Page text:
KEY FEATURES: A comparative perspective expands students’ awareness of their own intersectional identities and the varying effects of patriarchy on women worldwide. A variety of policy areas highlighted throughout the book illustrates how different theories are applied to real-world situations. Multiple political engagement activities keep students engaged with the content.

Women in The Executive

Women in the executive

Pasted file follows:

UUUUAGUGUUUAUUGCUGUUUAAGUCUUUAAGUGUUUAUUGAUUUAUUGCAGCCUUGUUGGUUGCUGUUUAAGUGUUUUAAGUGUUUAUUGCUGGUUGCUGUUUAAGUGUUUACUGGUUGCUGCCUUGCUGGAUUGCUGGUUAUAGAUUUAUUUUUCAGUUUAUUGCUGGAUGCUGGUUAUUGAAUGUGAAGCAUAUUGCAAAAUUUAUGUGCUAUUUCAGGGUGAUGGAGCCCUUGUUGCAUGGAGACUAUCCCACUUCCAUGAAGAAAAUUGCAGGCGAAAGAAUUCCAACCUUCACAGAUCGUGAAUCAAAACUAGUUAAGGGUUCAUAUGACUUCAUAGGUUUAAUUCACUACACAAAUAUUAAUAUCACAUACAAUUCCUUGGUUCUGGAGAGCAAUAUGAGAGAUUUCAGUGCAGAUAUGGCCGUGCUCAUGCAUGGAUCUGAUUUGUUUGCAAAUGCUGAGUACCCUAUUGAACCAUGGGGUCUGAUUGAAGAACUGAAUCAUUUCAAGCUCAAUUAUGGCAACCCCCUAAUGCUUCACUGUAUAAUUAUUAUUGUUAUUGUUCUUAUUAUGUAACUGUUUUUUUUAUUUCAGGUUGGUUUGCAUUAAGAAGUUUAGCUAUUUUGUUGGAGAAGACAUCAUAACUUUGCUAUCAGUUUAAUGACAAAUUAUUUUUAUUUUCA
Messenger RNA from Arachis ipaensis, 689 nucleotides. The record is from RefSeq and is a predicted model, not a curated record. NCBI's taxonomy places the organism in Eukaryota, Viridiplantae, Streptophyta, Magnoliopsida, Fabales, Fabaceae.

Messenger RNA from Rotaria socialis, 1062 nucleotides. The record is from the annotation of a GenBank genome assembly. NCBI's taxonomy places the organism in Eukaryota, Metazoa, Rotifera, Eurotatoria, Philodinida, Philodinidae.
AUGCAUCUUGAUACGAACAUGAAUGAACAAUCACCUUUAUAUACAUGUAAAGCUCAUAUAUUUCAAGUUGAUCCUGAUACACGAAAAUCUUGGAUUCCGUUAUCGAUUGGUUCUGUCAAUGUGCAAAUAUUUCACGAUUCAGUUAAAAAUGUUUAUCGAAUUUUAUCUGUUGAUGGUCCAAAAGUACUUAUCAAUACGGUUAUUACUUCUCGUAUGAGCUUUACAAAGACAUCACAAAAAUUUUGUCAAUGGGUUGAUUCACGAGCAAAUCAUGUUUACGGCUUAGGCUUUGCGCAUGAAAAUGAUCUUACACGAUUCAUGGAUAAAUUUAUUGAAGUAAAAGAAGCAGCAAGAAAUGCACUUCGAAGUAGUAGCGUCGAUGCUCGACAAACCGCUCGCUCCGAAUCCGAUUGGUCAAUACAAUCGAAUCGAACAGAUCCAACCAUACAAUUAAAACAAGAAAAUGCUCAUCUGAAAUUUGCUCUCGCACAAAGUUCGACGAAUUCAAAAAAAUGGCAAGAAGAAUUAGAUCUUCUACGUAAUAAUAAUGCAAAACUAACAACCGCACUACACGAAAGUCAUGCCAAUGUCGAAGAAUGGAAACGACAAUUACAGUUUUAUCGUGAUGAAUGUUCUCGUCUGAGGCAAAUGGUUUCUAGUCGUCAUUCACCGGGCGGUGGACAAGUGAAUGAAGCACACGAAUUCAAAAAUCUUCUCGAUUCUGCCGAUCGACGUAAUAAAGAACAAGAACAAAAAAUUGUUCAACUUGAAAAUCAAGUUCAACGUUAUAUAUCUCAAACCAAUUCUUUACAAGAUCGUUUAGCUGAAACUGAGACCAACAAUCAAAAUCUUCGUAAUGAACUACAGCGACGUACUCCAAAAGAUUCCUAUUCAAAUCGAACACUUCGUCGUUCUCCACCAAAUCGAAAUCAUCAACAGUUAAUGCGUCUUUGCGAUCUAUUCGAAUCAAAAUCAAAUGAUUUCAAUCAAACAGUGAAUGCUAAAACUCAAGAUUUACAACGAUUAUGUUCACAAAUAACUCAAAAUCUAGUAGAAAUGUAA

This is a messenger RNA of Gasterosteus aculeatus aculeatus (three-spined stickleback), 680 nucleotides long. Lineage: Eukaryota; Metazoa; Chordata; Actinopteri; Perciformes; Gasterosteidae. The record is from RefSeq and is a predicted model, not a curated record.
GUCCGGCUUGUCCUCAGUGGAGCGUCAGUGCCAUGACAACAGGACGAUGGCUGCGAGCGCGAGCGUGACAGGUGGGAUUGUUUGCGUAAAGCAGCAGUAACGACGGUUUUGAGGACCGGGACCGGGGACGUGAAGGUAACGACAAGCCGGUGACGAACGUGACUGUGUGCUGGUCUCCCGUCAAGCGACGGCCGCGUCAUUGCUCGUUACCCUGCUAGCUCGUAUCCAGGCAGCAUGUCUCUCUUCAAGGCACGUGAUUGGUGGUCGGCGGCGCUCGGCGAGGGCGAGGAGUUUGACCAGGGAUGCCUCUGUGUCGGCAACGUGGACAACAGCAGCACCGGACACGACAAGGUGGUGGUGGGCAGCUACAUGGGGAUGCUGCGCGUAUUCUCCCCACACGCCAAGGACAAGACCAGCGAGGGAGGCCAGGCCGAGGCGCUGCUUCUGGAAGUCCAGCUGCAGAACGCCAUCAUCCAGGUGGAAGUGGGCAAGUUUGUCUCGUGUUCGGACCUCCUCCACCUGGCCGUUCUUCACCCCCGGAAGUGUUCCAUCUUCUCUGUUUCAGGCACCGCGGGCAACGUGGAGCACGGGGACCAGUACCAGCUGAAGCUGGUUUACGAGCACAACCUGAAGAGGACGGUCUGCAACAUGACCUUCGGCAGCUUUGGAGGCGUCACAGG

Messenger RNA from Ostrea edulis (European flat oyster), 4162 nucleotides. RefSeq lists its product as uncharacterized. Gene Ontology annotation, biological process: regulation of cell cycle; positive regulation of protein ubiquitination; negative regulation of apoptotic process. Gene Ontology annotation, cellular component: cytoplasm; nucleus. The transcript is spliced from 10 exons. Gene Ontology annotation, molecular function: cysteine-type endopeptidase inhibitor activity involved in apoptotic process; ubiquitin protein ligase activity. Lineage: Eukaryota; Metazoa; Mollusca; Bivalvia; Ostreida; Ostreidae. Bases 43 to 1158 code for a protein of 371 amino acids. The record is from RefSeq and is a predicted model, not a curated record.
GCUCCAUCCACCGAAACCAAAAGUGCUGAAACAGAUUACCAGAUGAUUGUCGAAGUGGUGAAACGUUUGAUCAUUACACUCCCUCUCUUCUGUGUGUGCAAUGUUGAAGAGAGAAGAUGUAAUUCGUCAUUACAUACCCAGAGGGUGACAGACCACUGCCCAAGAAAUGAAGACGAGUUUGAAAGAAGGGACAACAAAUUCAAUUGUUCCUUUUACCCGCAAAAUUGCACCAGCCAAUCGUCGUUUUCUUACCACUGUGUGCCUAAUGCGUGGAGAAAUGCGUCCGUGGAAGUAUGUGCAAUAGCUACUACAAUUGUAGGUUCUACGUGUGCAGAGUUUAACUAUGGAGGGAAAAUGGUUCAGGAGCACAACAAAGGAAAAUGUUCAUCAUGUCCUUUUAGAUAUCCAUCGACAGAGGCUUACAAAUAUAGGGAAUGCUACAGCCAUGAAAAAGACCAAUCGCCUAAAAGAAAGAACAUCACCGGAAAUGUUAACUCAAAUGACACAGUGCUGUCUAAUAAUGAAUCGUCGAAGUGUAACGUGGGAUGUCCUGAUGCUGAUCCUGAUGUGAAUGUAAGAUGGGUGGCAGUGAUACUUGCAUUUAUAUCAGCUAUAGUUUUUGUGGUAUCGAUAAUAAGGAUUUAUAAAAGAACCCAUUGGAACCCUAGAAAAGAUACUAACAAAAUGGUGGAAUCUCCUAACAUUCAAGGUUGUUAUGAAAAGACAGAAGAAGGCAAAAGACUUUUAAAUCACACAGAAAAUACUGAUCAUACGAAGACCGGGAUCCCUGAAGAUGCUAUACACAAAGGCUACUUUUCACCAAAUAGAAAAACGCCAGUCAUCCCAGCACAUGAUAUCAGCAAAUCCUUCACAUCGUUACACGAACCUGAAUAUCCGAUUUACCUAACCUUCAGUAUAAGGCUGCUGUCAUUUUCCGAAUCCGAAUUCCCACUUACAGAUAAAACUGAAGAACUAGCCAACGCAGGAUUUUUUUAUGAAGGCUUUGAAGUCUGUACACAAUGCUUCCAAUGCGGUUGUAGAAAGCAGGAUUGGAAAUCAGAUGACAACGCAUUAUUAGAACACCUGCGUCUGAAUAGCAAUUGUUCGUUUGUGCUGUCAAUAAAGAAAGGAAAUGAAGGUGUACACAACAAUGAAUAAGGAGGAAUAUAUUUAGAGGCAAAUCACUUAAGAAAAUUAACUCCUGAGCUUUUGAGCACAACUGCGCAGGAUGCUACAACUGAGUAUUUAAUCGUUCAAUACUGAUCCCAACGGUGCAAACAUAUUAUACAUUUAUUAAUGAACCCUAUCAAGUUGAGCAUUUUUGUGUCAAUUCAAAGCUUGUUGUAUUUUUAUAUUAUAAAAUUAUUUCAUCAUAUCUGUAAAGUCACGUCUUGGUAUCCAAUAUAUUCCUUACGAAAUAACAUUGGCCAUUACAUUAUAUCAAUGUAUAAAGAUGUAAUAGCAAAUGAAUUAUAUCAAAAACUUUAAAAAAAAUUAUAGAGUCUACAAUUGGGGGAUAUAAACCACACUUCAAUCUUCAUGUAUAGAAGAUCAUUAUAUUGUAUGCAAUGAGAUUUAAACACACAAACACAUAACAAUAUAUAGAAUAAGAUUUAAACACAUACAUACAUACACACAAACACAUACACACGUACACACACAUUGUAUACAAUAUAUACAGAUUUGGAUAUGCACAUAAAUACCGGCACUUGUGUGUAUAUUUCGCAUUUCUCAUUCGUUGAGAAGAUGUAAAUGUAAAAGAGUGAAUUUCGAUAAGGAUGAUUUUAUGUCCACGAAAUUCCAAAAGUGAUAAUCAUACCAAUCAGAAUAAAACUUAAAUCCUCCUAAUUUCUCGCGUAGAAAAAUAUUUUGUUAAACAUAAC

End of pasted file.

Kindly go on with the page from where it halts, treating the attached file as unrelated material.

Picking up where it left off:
Former Australian Prime Minister Julia Gillard (2010–2013) gave her famous “Misogyny Speech” in 2012. The speech was a reaction to Tony Abbott, the opposition leader, who had suggested the unmarried and childless Gillard should “make an honest woman of herself.” He also had appeared in photographs near protesters with signs identifying Gillard as a “bitch.” Abbott, at other points in his career, had claimed women were “physiologically unsuited to leadership.” For these reasons, Gillard, in her speech, stated that Abbott should look in a mirror if “he wants to know what misogyny looks like in modern Australia.”1 Prime Minister Gillard concluded her speech with the following refrain: “I think the best course for him [Abbott] is to ...

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